A previously unknown virus, first reported in the Chinese city of Wuhan on Dec. 31, is seriously worrying global health experts. The World Health Organization announced Monday that it was convening an emergency meeting on the virus, which is a coronavirus, a species common in animals that occasionally leaps to humans. In China, past cases of viruses passing from animals to humans have been relatively common thanks to close contact with domestic animals like chickens, as well as the consumption of wild animals such as civet cats, and sometimes because population and resource pressures have pushed people deeper into previously untouched forests and jungles in the south.

The most notable of these in recent years was SARS, a coronavirus first reported in 2003 that eventually killed over 800 people and infected around 8,000; the government was widely blamed for covering up the spread of SARS—short for “severe acute respiratory syndrome”—until Jiang Yanyong, a retired surgeon, raised the alarm (and was briefly imprisoned as a result before eventually being hailed as a hero).

Is this a deadly disease? How fast is it spreading?

It’s hard to tell, because the information being released by the Chinese government is questionable. Wuhan itself is a city of 11 million people, and within China, the virus is confirmed to have reached major metropolises such as Beijing and Shanghai, while it’s also traveled as far south as Shenzhen, which borders Hong Kong. Outside of China, Japan, Thailand, and South Korea have all recorded cases—all Chinese travelers. While it was initially claimed to be only the result of animal-to-human transmission, doctors have just confirmed human-to-human transmission; 14 health care workers have also been reported as infected.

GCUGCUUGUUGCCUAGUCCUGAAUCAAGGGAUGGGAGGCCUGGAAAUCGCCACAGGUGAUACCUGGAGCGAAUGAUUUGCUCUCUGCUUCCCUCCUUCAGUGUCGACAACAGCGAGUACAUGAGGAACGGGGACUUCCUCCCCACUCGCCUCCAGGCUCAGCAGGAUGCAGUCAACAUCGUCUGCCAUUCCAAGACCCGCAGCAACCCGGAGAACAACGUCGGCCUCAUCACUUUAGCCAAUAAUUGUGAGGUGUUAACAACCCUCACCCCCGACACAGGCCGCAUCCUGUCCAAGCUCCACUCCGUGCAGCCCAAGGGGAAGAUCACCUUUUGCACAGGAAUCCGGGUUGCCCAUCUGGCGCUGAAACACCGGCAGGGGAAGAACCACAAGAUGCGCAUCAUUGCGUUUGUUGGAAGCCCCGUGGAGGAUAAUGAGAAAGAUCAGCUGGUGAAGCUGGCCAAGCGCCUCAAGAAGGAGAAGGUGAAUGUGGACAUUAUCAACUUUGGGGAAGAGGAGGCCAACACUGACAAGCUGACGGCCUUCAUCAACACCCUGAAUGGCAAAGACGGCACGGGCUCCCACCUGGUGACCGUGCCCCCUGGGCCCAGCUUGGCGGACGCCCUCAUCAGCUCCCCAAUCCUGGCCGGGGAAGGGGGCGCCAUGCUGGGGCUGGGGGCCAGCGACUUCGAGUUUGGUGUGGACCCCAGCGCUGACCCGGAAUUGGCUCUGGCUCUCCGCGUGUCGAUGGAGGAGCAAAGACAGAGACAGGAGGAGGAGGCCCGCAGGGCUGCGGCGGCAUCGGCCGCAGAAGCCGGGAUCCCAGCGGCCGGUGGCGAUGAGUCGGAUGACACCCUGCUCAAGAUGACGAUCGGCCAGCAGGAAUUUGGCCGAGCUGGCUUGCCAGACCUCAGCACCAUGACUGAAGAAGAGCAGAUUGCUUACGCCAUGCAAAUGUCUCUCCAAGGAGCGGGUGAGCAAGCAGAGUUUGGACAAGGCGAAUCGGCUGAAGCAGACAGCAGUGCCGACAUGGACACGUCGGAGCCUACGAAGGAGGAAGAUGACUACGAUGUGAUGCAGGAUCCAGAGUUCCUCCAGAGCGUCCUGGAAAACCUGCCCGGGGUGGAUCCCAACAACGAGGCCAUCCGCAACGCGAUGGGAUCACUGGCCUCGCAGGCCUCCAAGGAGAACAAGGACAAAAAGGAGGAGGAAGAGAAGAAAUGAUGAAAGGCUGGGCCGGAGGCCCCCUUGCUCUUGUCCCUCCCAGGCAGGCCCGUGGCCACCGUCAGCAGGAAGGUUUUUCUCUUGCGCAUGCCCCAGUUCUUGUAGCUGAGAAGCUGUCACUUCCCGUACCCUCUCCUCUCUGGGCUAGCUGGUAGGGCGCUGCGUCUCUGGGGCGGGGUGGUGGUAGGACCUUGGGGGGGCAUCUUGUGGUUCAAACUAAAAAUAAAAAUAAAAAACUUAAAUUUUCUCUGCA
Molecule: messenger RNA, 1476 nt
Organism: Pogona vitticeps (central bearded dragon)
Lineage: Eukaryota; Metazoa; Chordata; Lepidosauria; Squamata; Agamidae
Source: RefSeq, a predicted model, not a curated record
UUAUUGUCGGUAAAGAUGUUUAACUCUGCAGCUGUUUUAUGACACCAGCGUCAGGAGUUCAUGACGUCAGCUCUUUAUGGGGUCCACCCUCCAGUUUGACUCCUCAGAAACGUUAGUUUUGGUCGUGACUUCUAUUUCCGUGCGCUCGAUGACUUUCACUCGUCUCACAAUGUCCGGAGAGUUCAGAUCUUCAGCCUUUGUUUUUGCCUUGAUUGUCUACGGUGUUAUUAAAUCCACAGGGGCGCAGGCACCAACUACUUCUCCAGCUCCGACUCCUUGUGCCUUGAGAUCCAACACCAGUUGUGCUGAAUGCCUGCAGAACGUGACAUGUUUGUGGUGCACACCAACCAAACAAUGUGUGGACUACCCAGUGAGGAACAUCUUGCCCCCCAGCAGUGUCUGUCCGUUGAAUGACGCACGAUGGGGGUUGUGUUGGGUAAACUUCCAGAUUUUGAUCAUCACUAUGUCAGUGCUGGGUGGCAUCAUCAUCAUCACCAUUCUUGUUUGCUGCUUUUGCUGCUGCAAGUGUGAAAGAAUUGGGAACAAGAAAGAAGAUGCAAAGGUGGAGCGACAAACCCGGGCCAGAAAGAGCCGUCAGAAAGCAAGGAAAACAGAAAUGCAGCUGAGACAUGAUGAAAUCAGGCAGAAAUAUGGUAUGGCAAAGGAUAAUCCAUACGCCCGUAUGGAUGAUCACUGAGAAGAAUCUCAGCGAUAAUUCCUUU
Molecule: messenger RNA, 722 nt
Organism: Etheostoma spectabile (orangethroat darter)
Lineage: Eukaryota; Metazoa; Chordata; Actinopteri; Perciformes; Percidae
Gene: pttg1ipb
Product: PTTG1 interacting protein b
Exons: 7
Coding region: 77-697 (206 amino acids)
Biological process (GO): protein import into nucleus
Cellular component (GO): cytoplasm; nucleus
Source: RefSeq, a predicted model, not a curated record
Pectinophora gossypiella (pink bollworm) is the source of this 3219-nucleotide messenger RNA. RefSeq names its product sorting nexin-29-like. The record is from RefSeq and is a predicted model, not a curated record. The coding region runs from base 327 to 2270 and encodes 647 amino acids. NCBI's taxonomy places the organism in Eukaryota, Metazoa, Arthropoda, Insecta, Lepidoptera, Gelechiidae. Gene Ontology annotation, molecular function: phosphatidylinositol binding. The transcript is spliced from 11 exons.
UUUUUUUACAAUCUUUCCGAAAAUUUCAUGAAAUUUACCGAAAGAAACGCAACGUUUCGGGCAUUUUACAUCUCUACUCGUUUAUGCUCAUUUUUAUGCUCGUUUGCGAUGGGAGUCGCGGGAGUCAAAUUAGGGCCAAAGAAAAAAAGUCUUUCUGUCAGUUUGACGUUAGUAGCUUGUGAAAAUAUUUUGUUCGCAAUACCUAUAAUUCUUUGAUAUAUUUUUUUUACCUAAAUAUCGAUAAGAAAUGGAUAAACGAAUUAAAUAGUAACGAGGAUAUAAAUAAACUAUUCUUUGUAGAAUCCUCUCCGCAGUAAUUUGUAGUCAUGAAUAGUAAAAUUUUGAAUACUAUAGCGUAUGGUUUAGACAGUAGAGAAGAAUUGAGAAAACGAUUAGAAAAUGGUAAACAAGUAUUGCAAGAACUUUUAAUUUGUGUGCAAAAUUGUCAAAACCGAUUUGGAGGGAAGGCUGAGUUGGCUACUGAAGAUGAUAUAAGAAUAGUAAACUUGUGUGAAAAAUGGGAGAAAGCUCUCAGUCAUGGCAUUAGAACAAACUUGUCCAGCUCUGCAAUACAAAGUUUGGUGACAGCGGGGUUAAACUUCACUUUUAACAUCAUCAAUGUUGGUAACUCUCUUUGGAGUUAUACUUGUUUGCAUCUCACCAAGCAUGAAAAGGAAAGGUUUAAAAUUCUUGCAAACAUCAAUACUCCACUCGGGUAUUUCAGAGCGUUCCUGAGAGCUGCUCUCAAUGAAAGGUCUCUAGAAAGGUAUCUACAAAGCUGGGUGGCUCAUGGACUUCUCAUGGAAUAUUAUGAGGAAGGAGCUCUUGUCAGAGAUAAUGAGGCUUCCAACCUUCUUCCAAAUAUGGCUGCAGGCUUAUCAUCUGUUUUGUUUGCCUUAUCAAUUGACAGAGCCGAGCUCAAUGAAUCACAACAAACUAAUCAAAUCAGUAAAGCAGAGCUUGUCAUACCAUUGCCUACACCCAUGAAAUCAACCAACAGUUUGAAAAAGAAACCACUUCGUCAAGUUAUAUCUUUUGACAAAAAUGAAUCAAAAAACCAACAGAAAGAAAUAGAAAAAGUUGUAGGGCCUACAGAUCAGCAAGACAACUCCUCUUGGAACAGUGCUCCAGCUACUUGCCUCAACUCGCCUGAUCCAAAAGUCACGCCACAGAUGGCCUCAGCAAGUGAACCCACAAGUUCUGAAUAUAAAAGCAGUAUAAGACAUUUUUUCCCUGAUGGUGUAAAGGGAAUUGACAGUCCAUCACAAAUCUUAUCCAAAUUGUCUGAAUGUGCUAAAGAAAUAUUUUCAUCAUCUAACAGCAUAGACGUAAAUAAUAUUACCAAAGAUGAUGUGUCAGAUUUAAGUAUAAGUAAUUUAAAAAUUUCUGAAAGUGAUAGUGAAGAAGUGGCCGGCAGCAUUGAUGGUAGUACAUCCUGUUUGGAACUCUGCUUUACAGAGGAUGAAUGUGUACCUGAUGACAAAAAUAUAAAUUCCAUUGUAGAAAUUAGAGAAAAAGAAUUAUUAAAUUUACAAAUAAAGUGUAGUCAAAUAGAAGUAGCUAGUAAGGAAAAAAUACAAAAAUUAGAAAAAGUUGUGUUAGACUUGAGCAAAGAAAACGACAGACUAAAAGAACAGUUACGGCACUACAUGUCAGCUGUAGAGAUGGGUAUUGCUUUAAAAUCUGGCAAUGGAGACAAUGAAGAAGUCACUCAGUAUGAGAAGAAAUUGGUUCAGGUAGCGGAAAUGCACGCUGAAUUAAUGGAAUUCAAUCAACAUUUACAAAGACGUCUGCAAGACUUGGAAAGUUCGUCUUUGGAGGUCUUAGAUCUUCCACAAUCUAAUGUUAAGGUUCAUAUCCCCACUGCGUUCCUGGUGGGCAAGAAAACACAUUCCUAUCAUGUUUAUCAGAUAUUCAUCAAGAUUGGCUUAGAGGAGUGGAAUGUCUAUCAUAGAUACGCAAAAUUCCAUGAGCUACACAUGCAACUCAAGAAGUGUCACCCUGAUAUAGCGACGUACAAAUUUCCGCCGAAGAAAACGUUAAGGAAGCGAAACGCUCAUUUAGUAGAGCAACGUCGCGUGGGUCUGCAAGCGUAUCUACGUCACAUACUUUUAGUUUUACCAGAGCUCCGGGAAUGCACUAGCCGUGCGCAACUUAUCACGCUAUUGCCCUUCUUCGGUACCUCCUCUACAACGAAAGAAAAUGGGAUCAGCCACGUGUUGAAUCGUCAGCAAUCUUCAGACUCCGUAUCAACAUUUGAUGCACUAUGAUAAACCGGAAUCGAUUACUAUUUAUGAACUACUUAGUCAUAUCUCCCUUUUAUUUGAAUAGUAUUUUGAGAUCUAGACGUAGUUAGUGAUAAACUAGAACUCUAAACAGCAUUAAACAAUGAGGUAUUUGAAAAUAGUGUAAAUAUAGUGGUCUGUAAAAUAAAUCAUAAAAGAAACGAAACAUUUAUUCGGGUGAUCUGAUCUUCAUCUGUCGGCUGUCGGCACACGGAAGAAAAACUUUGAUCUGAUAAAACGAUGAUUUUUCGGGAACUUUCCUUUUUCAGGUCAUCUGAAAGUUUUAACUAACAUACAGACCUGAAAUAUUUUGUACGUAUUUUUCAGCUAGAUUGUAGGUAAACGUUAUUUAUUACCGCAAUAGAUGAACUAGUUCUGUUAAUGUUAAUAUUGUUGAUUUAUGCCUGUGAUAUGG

The virus causes pneumonia, resulting in difficulty breathing. As of Wednesday evening EST, the number of reported dead has risen to nine. The majority of victims, though, had only mild symptoms, and some have already been discharged.

It’s always an open question how bad a new virus could get. Modern disease control methods have improved dramatically since the 1918-19 influenza outbreak killed more people than World War I—and the global population is healthier and more resistant. In the United States, the Centers for Disease Control and Prevention says the odds of the virus reaching the country are low. Right now, the main worries are in China itself—especially the government’s handling of the cases.
disease by Arek Socha is licensed under Pixaby Pixaby
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